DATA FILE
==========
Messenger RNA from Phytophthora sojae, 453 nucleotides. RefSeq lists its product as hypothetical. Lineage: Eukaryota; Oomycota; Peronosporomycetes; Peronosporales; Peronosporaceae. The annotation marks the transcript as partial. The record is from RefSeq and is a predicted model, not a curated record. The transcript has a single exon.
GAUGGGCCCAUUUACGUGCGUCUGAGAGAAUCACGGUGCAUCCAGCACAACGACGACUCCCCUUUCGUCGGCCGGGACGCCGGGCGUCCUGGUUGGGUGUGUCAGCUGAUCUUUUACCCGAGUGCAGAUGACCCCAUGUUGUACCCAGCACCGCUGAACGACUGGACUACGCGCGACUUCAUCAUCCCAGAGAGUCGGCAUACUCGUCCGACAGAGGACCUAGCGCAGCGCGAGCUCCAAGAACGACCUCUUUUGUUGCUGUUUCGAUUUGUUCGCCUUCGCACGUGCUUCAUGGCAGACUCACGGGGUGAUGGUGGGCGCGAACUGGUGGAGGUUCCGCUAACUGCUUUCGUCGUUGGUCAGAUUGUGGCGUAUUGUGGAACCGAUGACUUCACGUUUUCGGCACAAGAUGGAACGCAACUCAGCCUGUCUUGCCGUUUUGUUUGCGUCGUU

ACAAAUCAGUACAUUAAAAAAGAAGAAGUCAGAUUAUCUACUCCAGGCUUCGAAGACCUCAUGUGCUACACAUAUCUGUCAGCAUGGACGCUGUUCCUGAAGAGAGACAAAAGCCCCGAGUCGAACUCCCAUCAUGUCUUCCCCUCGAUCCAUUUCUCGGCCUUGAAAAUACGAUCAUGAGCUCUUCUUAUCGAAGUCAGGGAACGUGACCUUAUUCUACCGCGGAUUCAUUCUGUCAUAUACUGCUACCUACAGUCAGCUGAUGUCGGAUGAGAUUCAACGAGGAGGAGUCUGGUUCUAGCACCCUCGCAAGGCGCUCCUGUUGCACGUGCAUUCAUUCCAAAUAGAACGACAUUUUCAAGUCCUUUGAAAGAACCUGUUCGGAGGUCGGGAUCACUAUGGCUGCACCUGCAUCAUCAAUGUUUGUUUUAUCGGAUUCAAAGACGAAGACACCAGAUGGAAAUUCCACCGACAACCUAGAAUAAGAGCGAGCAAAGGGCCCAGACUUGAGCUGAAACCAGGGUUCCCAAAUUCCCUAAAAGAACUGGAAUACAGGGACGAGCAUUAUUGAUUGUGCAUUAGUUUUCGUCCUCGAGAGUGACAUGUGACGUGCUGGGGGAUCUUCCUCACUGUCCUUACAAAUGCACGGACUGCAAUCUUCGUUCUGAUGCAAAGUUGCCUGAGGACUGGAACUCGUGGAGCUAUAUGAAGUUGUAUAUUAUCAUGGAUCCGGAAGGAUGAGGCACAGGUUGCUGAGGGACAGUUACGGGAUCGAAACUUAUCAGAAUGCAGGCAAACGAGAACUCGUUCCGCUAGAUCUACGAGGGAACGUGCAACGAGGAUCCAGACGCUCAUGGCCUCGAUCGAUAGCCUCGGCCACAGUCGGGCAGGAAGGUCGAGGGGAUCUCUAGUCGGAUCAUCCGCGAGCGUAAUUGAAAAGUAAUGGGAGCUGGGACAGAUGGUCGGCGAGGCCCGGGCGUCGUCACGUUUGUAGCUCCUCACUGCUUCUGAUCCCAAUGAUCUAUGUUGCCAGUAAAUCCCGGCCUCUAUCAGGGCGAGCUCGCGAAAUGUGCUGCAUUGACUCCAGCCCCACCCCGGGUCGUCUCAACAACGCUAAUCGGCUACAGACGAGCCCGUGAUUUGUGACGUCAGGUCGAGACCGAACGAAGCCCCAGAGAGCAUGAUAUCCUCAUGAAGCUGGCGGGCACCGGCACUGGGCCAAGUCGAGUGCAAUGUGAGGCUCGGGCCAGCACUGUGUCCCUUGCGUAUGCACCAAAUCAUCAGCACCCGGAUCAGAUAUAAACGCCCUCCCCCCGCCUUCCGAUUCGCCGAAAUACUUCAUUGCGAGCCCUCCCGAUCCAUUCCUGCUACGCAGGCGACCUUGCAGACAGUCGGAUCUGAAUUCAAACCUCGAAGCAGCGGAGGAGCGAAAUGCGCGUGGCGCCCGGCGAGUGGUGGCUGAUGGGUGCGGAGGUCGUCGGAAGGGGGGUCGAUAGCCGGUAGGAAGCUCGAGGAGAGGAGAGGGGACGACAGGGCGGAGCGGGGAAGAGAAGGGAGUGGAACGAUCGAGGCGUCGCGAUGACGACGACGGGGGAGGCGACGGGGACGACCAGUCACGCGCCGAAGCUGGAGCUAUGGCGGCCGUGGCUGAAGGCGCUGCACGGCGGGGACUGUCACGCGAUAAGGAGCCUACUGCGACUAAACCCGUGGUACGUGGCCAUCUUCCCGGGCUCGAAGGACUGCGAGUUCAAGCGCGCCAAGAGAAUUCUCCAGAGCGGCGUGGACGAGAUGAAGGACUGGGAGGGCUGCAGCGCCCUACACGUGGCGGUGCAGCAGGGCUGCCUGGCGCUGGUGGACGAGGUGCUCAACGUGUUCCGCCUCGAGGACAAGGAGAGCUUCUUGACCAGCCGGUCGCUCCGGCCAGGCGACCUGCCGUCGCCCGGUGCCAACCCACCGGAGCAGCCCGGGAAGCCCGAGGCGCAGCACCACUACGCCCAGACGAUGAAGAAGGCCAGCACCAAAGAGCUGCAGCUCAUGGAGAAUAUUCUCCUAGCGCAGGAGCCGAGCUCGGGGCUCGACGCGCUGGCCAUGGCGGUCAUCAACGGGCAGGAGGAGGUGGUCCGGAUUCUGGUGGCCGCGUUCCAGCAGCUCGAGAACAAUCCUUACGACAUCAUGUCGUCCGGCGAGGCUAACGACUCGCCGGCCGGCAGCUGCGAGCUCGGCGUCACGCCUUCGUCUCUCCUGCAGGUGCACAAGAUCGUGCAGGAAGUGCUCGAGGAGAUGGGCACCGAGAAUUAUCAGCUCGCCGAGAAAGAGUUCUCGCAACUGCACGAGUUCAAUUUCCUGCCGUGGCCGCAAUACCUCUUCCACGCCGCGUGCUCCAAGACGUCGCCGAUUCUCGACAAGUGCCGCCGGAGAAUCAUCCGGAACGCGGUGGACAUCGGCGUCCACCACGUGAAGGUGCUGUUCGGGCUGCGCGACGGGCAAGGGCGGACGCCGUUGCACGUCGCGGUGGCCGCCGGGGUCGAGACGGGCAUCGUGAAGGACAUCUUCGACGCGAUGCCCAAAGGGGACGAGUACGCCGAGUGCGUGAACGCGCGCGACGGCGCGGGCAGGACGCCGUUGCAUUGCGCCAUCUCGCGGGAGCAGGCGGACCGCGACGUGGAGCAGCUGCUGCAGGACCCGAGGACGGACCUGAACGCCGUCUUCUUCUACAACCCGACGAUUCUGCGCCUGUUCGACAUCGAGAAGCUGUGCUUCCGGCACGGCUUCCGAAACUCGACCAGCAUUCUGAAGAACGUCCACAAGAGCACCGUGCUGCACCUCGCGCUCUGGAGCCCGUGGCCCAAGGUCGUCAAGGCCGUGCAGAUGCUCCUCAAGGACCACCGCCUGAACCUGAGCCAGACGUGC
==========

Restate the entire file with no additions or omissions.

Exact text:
Messenger RNA from Phytophthora sojae, 453 nucleotides. RefSeq lists its product as hypothetical. Lineage: Eukaryota; Oomycota; Peronosporomycetes; Peronosporales; Peronosporaceae. The annotation marks the transcript as partial. The record is from RefSeq and is a predicted model, not a curated record. The transcript has a single exon.
GAUGGGCCCAUUUACGUGCGUCUGAGAGAAUCACGGUGCAUCCAGCACAACGACGACUCCCCUUUCGUCGGCCGGGACGCCGGGCGUCCUGGUUGGGUGUGUCAGCUGAUCUUUUACCCGAGUGCAGAUGACCCCAUGUUGUACCCAGCACCGCUGAACGACUGGACUACGCGCGACUUCAUCAUCCCAGAGAGUCGGCAUACUCGUCCGACAGAGGACCUAGCGCAGCGCGAGCUCCAAGAACGACCUCUUUUGUUGCUGUUUCGAUUUGUUCGCCUUCGCACGUGCUUCAUGGCAGACUCACGGGGUGAUGGUGGGCGCGAACUGGUGGAGGUUCCGCUAACUGCUUUCGUCGUUGGUCAGAUUGUGGCGUAUUGUGGAACCGAUGACUUCACGUUUUCGGCACAAGAUGGAACGCAACUCAGCCUGUCUUGCCGUUUUGUUUGCGUCGUU

ACAAAUCAGUACAUUAAAAAAGAAGAAGUCAGAUUAUCUACUCCAGGCUUCGAAGACCUCAUGUGCUACACAUAUCUGUCAGCAUGGACGCUGUUCCUGAAGAGAGACAAAAGCCCCGAGUCGAACUCCCAUCAUGUCUUCCCCUCGAUCCAUUUCUCGGCCUUGAAAAUACGAUCAUGAGCUCUUCUUAUCGAAGUCAGGGAACGUGACCUUAUUCUACCGCGGAUUCAUUCUGUCAUAUACUGCUACCUACAGUCAGCUGAUGUCGGAUGAGAUUCAACGAGGAGGAGUCUGGUUCUAGCACCCUCGCAAGGCGCUCCUGUUGCACGUGCAUUCAUUCCAAAUAGAACGACAUUUUCAAGUCCUUUGAAAGAACCUGUUCGGAGGUCGGGAUCACUAUGGCUGCACCUGCAUCAUCAAUGUUUGUUUUAUCGGAUUCAAAGACGAAGACACCAGAUGGAAAUUCCACCGACAACCUAGAAUAAGAGCGAGCAAAGGGCCCAGACUUGAGCUGAAACCAGGGUUCCCAAAUUCCCUAAAAGAACUGGAAUACAGGGACGAGCAUUAUUGAUUGUGCAUUAGUUUUCGUCCUCGAGAGUGACAUGUGACGUGCUGGGGGAUCUUCCUCACUGUCCUUACAAAUGCACGGACUGCAAUCUUCGUUCUGAUGCAAAGUUGCCUGAGGACUGGAACUCGUGGAGCUAUAUGAAGUUGUAUAUUAUCAUGGAUCCGGAAGGAUGAGGCACAGGUUGCUGAGGGACAGUUACGGGAUCGAAACUUAUCAGAAUGCAGGCAAACGAGAACUCGUUCCGCUAGAUCUACGAGGGAACGUGCAACGAGGAUCCAGACGCUCAUGGCCUCGAUCGAUAGCCUCGGCCACAGUCGGGCAGGAAGGUCGAGGGGAUCUCUAGUCGGAUCAUCCGCGAGCGUAAUUGAAAAGUAAUGGGAGCUGGGACAGAUGGUCGGCGAGGCCCGGGCGUCGUCACGUUUGUAGCUCCUCACUGCUUCUGAUCCCAAUGAUCUAUGUUGCCAGUAAAUCCCGGCCUCUAUCAGGGCGAGCUCGCGAAAUGUGCUGCAUUGACUCCAGCCCCACCCCGGGUCGUCUCAACAACGCUAAUCGGCUACAGACGAGCCCGUGAUUUGUGACGUCAGGUCGAGACCGAACGAAGCCCCAGAGAGCAUGAUAUCCUCAUGAAGCUGGCGGGCACCGGCACUGGGCCAAGUCGAGUGCAAUGUGAGGCUCGGGCCAGCACUGUGUCCCUUGCGUAUGCACCAAAUCAUCAGCACCCGGAUCAGAUAUAAACGCCCUCCCCCCGCCUUCCGAUUCGCCGAAAUACUUCAUUGCGAGCCCUCCCGAUCCAUUCCUGCUACGCAGGCGACCUUGCAGACAGUCGGAUCUGAAUUCAAACCUCGAAGCAGCGGAGGAGCGAAAUGCGCGUGGCGCCCGGCGAGUGGUGGCUGAUGGGUGCGGAGGUCGUCGGAAGGGGGGUCGAUAGCCGGUAGGAAGCUCGAGGAGAGGAGAGGGGACGACAGGGCGGAGCGGGGAAGAGAAGGGAGUGGAACGAUCGAGGCGUCGCGAUGACGACGACGGGGGAGGCGACGGGGACGACCAGUCACGCGCCGAAGCUGGAGCUAUGGCGGCCGUGGCUGAAGGCGCUGCACGGCGGGGACUGUCACGCGAUAAGGAGCCUACUGCGACUAAACCCGUGGUACGUGGCCAUCUUCCCGGGCUCGAAGGACUGCGAGUUCAAGCGCGCCAAGAGAAUUCUCCAGAGCGGCGUGGACGAGAUGAAGGACUGGGAGGGCUGCAGCGCCCUACACGUGGCGGUGCAGCAGGGCUGCCUGGCGCUGGUGGACGAGGUGCUCAACGUGUUCCGCCUCGAGGACAAGGAGAGCUUCUUGACCAGCCGGUCGCUCCGGCCAGGCGACCUGCCGUCGCCCGGUGCCAACCCACCGGAGCAGCCCGGGAAGCCCGAGGCGCAGCACCACUACGCCCAGACGAUGAAGAAGGCCAGCACCAAAGAGCUGCAGCUCAUGGAGAAUAUUCUCCUAGCGCAGGAGCCGAGCUCGGGGCUCGACGCGCUGGCCAUGGCGGUCAUCAACGGGCAGGAGGAGGUGGUCCGGAUUCUGGUGGCCGCGUUCCAGCAGCUCGAGAACAAUCCUUACGACAUCAUGUCGUCCGGCGAGGCUAACGACUCGCCGGCCGGCAGCUGCGAGCUCGGCGUCACGCCUUCGUCUCUCCUGCAGGUGCACAAGAUCGUGCAGGAAGUGCUCGAGGAGAUGGGCACCGAGAAUUAUCAGCUCGCCGAGAAAGAGUUCUCGCAACUGCACGAGUUCAAUUUCCUGCCGUGGCCGCAAUACCUCUUCCACGCCGCGUGCUCCAAGACGUCGCCGAUUCUCGACAAGUGCCGCCGGAGAAUCAUCCGGAACGCGGUGGACAUCGGCGUCCACCACGUGAAGGUGCUGUUCGGGCUGCGCGACGGGCAAGGGCGGACGCCGUUGCACGUCGCGGUGGCCGCCGGGGUCGAGACGGGCAUCGUGAAGGACAUCUUCGACGCGAUGCCCAAAGGGGACGAGUACGCCGAGUGCGUGAACGCGCGCGACGGCGCGGGCAGGACGCCGUUGCAUUGCGCCAUCUCGCGGGAGCAGGCGGACCGCGACGUGGAGCAGCUGCUGCAGGACCCGAGGACGGACCUGAACGCCGUCUUCUUCUACAACCCGACGAUUCUGCGCCUGUUCGACAUCGAGAAGCUGUGCUUCCGGCACGGCUUCCGAAACUCGACCAGCAUUCUGAAGAACGUCCACAAGAGCACCGUGCUGCACCUCGCGCUCUGGAGCCCGUGGCCCAAGGUCGUCAAGGCCGUGCAGAUGCUCCUCAAGGACCACCGCCUGAACCUGAGCCAGACGUGC